Both praise and criticism were given to the Lehighton borough workers regarding their handling of the huge snowstorm that occurred Feb. 16. During that storm, 18 inches of snow fell in the borough.

Chief of Police Matthew Bender and councilman Scott Rehrig were happy with how the street crew managed the accumulating snow.

Fire Chief John Kuller, on the other hand, complained that at least one street was impassable and the workers were slow in clearing the snow from the fire house.

He said it's the first time in his over 30 years in the fire service that "I feel we could not have protected the town."

He labeled the work by the borough crew, "absolutely horrendous."

"I feel this was the worse condition of the streets I ever saw," the fire chief said. "Fourth Street was impassable 24 hours after the storm."

Mayor Donald Rehrig said that at one point there was a fire call on the day of the storm. He lives near the fire station so he took his personal snow blower to the building and utilized it so the apparatus could safely exit the station and respond to the alarm.

"I was out with my snowblower because the fire department was getting ready to go out on a call," the mayor said, adding that some firefighters had begun shoveling in front of the station by hand.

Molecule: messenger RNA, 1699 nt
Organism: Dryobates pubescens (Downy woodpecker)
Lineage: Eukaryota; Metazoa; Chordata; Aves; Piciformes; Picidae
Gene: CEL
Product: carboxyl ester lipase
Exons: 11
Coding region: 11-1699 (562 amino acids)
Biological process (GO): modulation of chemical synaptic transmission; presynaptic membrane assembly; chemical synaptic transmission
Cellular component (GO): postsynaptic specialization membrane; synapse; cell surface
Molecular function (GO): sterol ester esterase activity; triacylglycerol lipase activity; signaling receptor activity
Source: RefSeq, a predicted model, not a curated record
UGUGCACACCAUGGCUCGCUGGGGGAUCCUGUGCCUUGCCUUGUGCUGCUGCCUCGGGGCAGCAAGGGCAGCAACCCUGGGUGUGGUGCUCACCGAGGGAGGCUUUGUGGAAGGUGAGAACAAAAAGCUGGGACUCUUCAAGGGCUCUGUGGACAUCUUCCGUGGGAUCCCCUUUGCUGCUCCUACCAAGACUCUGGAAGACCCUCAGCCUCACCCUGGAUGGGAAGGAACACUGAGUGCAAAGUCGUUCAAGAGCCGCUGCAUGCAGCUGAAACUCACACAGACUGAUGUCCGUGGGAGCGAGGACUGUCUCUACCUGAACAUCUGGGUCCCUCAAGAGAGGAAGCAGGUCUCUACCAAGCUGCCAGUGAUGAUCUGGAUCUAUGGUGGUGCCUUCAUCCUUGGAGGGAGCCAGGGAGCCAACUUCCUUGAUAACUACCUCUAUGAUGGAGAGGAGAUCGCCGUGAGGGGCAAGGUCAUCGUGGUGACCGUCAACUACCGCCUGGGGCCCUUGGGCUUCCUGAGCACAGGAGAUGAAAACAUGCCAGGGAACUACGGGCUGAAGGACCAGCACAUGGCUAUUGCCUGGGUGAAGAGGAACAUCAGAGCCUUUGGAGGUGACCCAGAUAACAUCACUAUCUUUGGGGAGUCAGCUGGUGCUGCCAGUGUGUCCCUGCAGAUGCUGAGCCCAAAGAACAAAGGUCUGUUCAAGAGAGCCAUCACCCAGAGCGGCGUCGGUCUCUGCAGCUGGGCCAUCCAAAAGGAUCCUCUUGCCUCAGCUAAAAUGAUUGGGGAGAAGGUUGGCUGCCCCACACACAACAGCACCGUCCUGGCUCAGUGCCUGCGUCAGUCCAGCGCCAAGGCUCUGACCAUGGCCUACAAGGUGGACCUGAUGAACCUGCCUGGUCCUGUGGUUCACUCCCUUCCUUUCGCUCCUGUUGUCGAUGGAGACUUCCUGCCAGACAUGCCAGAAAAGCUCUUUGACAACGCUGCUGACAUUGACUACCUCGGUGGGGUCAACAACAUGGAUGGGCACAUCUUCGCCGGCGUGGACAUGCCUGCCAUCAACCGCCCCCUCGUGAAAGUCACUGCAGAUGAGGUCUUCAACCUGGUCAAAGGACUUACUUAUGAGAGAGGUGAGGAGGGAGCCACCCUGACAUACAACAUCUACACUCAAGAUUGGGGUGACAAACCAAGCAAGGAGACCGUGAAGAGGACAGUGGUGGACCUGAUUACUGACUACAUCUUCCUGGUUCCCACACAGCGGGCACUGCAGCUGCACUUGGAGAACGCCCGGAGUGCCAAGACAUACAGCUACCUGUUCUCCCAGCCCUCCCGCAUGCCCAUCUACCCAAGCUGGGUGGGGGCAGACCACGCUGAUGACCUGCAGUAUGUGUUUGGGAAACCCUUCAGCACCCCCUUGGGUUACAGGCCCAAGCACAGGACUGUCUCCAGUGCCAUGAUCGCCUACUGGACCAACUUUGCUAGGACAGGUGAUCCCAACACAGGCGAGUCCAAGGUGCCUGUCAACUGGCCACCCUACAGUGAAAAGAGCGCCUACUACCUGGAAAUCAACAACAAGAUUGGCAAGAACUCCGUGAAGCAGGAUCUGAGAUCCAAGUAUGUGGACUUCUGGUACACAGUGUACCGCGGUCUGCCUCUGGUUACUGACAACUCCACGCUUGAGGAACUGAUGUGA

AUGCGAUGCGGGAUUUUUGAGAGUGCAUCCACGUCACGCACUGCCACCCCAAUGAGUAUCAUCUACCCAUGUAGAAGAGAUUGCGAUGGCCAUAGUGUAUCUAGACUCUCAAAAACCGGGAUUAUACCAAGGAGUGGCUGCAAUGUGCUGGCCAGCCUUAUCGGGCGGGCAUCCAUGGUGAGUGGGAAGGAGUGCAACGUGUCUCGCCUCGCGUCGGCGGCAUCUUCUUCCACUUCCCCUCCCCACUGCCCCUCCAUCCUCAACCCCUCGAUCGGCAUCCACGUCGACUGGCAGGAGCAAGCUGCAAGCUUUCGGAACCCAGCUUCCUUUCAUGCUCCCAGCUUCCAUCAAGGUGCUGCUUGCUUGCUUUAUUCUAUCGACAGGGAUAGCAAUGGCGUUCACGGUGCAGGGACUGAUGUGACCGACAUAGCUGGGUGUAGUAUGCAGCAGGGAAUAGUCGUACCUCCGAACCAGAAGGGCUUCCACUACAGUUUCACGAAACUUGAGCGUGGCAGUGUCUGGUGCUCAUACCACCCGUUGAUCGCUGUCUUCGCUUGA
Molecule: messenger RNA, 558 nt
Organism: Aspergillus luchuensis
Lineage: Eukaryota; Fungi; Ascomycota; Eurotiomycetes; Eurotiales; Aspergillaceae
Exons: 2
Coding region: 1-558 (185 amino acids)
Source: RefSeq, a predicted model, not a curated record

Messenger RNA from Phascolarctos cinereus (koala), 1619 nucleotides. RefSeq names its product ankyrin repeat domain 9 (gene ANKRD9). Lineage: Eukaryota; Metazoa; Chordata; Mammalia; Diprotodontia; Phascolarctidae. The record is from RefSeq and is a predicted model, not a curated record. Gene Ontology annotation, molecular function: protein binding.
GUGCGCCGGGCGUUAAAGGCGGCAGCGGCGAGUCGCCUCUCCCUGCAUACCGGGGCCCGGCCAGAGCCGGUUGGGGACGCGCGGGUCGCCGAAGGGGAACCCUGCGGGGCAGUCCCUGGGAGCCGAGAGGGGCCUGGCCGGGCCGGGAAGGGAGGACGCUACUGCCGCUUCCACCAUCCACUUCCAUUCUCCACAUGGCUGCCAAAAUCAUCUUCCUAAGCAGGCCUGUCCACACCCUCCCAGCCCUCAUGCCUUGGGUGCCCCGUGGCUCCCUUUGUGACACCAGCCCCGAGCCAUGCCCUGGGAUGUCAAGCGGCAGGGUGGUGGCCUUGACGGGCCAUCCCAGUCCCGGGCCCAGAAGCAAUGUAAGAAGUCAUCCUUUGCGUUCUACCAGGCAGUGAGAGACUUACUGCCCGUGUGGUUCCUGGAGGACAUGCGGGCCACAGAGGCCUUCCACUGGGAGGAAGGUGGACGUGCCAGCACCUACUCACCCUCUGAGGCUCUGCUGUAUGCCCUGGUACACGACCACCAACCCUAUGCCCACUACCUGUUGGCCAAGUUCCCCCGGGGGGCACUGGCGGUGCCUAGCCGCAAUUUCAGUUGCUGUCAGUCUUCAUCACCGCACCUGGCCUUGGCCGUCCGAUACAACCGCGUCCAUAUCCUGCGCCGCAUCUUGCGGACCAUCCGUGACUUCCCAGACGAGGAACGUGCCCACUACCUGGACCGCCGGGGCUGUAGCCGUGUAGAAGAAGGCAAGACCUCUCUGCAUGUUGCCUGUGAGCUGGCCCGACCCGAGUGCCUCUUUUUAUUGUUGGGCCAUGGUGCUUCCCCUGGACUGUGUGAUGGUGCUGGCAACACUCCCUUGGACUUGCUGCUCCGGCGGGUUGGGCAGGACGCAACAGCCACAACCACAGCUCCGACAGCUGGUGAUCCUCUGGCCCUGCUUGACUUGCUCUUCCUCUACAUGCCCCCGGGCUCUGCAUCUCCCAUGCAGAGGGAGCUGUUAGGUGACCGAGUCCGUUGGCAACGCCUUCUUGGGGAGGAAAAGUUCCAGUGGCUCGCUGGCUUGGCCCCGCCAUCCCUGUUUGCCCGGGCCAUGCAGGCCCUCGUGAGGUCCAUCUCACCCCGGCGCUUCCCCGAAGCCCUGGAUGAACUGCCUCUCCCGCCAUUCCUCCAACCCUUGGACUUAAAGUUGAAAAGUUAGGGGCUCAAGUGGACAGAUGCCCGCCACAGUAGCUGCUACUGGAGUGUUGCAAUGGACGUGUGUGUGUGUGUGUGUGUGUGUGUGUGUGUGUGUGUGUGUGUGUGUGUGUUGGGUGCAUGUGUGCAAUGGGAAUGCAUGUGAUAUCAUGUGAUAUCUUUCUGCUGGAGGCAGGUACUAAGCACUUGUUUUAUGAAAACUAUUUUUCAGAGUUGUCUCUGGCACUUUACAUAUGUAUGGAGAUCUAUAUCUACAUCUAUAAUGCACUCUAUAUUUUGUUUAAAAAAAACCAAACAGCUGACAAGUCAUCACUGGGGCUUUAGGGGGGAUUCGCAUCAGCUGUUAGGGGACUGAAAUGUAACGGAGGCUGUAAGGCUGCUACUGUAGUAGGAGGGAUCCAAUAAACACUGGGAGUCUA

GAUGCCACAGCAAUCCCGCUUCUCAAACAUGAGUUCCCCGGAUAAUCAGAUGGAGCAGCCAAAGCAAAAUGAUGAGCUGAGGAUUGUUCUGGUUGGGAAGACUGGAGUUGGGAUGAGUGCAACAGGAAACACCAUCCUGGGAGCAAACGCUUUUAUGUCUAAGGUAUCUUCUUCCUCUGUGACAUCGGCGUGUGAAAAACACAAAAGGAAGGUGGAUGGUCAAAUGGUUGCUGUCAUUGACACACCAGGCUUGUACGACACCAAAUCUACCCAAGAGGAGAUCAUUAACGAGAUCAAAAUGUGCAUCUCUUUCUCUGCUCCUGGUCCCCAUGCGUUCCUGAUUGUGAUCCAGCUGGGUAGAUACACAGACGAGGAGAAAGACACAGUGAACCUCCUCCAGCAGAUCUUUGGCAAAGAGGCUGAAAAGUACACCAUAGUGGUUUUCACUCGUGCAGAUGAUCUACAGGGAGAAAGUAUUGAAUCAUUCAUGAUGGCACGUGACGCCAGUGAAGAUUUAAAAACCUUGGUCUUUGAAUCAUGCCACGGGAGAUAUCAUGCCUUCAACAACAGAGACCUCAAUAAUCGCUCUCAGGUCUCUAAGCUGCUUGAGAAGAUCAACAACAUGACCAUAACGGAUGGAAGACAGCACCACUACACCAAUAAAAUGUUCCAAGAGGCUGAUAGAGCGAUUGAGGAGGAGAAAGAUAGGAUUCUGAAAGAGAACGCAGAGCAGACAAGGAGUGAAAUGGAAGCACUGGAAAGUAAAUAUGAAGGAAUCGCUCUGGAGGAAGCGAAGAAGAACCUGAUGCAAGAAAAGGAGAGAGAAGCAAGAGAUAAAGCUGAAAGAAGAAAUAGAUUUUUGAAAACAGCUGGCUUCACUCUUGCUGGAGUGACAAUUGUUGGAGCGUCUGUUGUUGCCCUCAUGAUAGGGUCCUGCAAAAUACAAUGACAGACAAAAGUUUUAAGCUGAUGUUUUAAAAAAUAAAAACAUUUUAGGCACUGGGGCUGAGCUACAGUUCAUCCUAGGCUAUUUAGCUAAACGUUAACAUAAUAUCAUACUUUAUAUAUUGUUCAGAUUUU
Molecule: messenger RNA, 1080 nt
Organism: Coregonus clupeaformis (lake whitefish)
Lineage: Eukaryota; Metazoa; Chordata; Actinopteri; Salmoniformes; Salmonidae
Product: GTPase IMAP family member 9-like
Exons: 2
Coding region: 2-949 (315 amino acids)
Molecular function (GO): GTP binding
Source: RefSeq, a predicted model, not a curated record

It was explained by Kuller that the fire call was "a minor incident."

Council members agreed that priority must be given to clearing the fire stations. Borough Manager John C. Wagner said he has emphasized this to the borough employees.

He also instructed Kuller to call him by cell phone should such a situation ever arise again.

Bender commented, "I think the borough crew did an excellent job during the storm," adding the employees worked very well with the police department.

Councilman Scott Rehrig said he recently visited three states and numerous other boroughs. "We are number one in snow removal," he remarked. "Our public works deserves a lot of credit. They did a superfluous job."

Bender said one thing which was irritating was that some residents didn't apply common sense when putting their trash out for pickup. He said some ended getting buried in the snow piles.

Where snow removal occurred, there was concern about trash being picked up by the snow removal equipment.

There also was trash placed on sidewalks and in locations where other people could trip on it.

Bender said in the downtown area where parking meters exist, there were paths shoveled by property owners and tenants but snow was piled against the meters. In some cases, people couldn't use the meters unless they climbed over the snow banks.

Scott Rehrig suggested that when snow removal occurs by the borough in the downtown area, that workers push the snow from the curb area into the street so it can be removed.

Another councilman, John Bird, told Bender, "In extreme cases, use discretion and not issue tickets."